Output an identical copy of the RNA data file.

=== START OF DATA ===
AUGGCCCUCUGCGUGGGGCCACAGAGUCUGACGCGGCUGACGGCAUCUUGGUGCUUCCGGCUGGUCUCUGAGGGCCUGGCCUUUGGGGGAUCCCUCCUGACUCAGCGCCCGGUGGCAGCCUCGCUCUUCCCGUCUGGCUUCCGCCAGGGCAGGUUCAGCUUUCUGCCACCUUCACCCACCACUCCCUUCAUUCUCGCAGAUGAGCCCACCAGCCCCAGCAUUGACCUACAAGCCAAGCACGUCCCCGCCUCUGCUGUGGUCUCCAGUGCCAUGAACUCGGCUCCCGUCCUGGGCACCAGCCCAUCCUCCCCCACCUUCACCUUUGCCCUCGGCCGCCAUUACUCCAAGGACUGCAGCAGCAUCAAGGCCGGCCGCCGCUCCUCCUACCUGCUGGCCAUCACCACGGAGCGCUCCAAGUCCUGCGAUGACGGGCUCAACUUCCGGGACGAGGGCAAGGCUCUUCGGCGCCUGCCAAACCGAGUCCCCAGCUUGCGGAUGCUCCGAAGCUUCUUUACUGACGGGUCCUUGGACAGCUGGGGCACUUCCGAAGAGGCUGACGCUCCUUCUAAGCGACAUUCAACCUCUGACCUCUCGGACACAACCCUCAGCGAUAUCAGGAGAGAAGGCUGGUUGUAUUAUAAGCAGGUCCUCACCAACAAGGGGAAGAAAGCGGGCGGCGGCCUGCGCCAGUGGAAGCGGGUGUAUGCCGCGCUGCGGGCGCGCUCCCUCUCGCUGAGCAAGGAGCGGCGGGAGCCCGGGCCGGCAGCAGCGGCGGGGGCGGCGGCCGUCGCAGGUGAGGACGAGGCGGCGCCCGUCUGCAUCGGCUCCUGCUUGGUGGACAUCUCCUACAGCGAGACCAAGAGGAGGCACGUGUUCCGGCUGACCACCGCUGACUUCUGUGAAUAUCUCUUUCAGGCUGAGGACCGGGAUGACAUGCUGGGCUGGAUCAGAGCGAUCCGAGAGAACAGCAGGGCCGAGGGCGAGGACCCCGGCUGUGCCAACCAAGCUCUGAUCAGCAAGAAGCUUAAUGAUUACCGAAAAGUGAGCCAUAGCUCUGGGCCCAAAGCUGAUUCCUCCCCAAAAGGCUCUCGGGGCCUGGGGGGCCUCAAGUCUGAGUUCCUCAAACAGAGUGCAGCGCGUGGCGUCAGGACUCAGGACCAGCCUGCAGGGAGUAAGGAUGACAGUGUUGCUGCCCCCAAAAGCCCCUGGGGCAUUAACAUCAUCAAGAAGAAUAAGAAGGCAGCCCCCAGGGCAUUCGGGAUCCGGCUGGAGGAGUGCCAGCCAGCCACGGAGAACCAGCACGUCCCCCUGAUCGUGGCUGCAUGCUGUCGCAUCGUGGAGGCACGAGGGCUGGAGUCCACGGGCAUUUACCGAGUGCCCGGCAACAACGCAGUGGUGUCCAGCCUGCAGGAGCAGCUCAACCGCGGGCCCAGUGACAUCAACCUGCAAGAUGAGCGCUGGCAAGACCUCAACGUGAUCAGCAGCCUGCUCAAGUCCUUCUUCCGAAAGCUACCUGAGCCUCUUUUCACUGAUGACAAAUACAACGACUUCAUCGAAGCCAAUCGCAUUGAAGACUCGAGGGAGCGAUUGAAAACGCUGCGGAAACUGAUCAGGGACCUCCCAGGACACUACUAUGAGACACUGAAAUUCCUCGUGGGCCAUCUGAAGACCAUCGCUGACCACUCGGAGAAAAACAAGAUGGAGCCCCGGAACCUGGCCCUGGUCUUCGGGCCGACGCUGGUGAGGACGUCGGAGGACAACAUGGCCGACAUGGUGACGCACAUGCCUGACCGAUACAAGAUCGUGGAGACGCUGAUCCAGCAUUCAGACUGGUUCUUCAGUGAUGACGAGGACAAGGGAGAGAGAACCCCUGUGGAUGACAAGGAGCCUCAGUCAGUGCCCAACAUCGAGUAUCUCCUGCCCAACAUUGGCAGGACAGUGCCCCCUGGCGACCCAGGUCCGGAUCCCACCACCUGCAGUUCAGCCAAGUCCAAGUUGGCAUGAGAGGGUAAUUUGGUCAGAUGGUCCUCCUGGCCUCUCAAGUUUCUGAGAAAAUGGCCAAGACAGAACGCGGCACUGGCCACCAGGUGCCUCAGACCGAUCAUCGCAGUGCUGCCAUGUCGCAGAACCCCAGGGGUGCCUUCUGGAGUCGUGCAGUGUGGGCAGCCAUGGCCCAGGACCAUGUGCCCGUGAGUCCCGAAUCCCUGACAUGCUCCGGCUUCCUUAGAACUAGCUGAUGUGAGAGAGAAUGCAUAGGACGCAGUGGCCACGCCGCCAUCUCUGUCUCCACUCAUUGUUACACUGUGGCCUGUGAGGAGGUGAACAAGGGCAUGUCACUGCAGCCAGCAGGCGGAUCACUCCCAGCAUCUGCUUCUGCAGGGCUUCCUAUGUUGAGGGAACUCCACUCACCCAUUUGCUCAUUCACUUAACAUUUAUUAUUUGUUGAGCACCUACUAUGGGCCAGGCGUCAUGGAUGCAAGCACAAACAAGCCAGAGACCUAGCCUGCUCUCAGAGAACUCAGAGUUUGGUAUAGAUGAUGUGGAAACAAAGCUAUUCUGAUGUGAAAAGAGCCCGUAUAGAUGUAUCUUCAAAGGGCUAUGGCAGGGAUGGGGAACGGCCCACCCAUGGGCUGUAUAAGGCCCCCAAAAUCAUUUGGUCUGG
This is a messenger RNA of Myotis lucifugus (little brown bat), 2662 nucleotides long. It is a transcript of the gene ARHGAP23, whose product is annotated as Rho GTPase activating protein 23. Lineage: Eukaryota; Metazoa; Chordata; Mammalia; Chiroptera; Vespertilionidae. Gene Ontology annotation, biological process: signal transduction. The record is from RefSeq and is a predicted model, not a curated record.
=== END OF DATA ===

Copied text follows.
AUGGCCCUCUGCGUGGGGCCACAGAGUCUGACGCGGCUGACGGCAUCUUGGUGCUUCCGGCUGGUCUCUGAGGGCCUGGCCUUUGGGGGAUCCCUCCUGACUCAGCGCCCGGUGGCAGCCUCGCUCUUCCCGUCUGGCUUCCGCCAGGGCAGGUUCAGCUUUCUGCCACCUUCACCCACCACUCCCUUCAUUCUCGCAGAUGAGCCCACCAGCCCCAGCAUUGACCUACAAGCCAAGCACGUCCCCGCCUCUGCUGUGGUCUCCAGUGCCAUGAACUCGGCUCCCGUCCUGGGCACCAGCCCAUCCUCCCCCACCUUCACCUUUGCCCUCGGCCGCCAUUACUCCAAGGACUGCAGCAGCAUCAAGGCCGGCCGCCGCUCCUCCUACCUGCUGGCCAUCACCACGGAGCGCUCCAAGUCCUGCGAUGACGGGCUCAACUUCCGGGACGAGGGCAAGGCUCUUCGGCGCCUGCCAAACCGAGUCCCCAGCUUGCGGAUGCUCCGAAGCUUCUUUACUGACGGGUCCUUGGACAGCUGGGGCACUUCCGAAGAGGCUGACGCUCCUUCUAAGCGACAUUCAACCUCUGACCUCUCGGACACAACCCUCAGCGAUAUCAGGAGAGAAGGCUGGUUGUAUUAUAAGCAGGUCCUCACCAACAAGGGGAAGAAAGCGGGCGGCGGCCUGCGCCAGUGGAAGCGGGUGUAUGCCGCGCUGCGGGCGCGCUCCCUCUCGCUGAGCAAGGAGCGGCGGGAGCCCGGGCCGGCAGCAGCGGCGGGGGCGGCGGCCGUCGCAGGUGAGGACGAGGCGGCGCCCGUCUGCAUCGGCUCCUGCUUGGUGGACAUCUCCUACAGCGAGACCAAGAGGAGGCACGUGUUCCGGCUGACCACCGCUGACUUCUGUGAAUAUCUCUUUCAGGCUGAGGACCGGGAUGACAUGCUGGGCUGGAUCAGAGCGAUCCGAGAGAACAGCAGGGCCGAGGGCGAGGACCCCGGCUGUGCCAACCAAGCUCUGAUCAGCAAGAAGCUUAAUGAUUACCGAAAAGUGAGCCAUAGCUCUGGGCCCAAAGCUGAUUCCUCCCCAAAAGGCUCUCGGGGCCUGGGGGGCCUCAAGUCUGAGUUCCUCAAACAGAGUGCAGCGCGUGGCGUCAGGACUCAGGACCAGCCUGCAGGGAGUAAGGAUGACAGUGUUGCUGCCCCCAAAAGCCCCUGGGGCAUUAACAUCAUCAAGAAGAAUAAGAAGGCAGCCCCCAGGGCAUUCGGGAUCCGGCUGGAGGAGUGCCAGCCAGCCACGGAGAACCAGCACGUCCCCCUGAUCGUGGCUGCAUGCUGUCGCAUCGUGGAGGCACGAGGGCUGGAGUCCACGGGCAUUUACCGAGUGCCCGGCAACAACGCAGUGGUGUCCAGCCUGCAGGAGCAGCUCAACCGCGGGCCCAGUGACAUCAACCUGCAAGAUGAGCGCUGGCAAGACCUCAACGUGAUCAGCAGCCUGCUCAAGUCCUUCUUCCGAAAGCUACCUGAGCCUCUUUUCACUGAUGACAAAUACAACGACUUCAUCGAAGCCAAUCGCAUUGAAGACUCGAGGGAGCGAUUGAAAACGCUGCGGAAACUGAUCAGGGACCUCCCAGGACACUACUAUGAGACACUGAAAUUCCUCGUGGGCCAUCUGAAGACCAUCGCUGACCACUCGGAGAAAAACAAGAUGGAGCCCCGGAACCUGGCCCUGGUCUUCGGGCCGACGCUGGUGAGGACGUCGGAGGACAACAUGGCCGACAUGGUGACGCACAUGCCUGACCGAUACAAGAUCGUGGAGACGCUGAUCCAGCAUUCAGACUGGUUCUUCAGUGAUGACGAGGACAAGGGAGAGAGAACCCCUGUGGAUGACAAGGAGCCUCAGUCAGUGCCCAACAUCGAGUAUCUCCUGCCCAACAUUGGCAGGACAGUGCCCCCUGGCGACCCAGGUCCGGAUCCCACCACCUGCAGUUCAGCCAAGUCCAAGUUGGCAUGAGAGGGUAAUUUGGUCAGAUGGUCCUCCUGGCCUCUCAAGUUUCUGAGAAAAUGGCCAAGACAGAACGCGGCACUGGCCACCAGGUGCCUCAGACCGAUCAUCGCAGUGCUGCCAUGUCGCAGAACCCCAGGGGUGCCUUCUGGAGUCGUGCAGUGUGGGCAGCCAUGGCCCAGGACCAUGUGCCCGUGAGUCCCGAAUCCCUGACAUGCUCCGGCUUCCUUAGAACUAGCUGAUGUGAGAGAGAAUGCAUAGGACGCAGUGGCCACGCCGCCAUCUCUGUCUCCACUCAUUGUUACACUGUGGCCUGUGAGGAGGUGAACAAGGGCAUGUCACUGCAGCCAGCAGGCGGAUCACUCCCAGCAUCUGCUUCUGCAGGGCUUCCUAUGUUGAGGGAACUCCACUCACCCAUUUGCUCAUUCACUUAACAUUUAUUAUUUGUUGAGCACCUACUAUGGGCCAGGCGUCAUGGAUGCAAGCACAAACAAGCCAGAGACCUAGCCUGCUCUCAGAGAACUCAGAGUUUGGUAUAGAUGAUGUGGAAACAAAGCUAUUCUGAUGUGAAAAGAGCCCGUAUAGAUGUAUCUUCAAAGGGCUAUGGCAGGGAUGGGGAACGGCCCACCCAUGGGCUGUAUAAGGCCCCCAAAAUCAUUUGGUCUGG
This is a messenger RNA of Myotis lucifugus (little brown bat), 2662 nucleotides long. It is a transcript of the gene ARHGAP23, whose product is annotated as Rho GTPase activating protein 23. Lineage: Eukaryota; Metazoa; Chordata; Mammalia; Chiroptera; Vespertilionidae. Gene Ontology annotation, biological process: signal transduction. The record is from RefSeq and is a predicted model, not a curated record.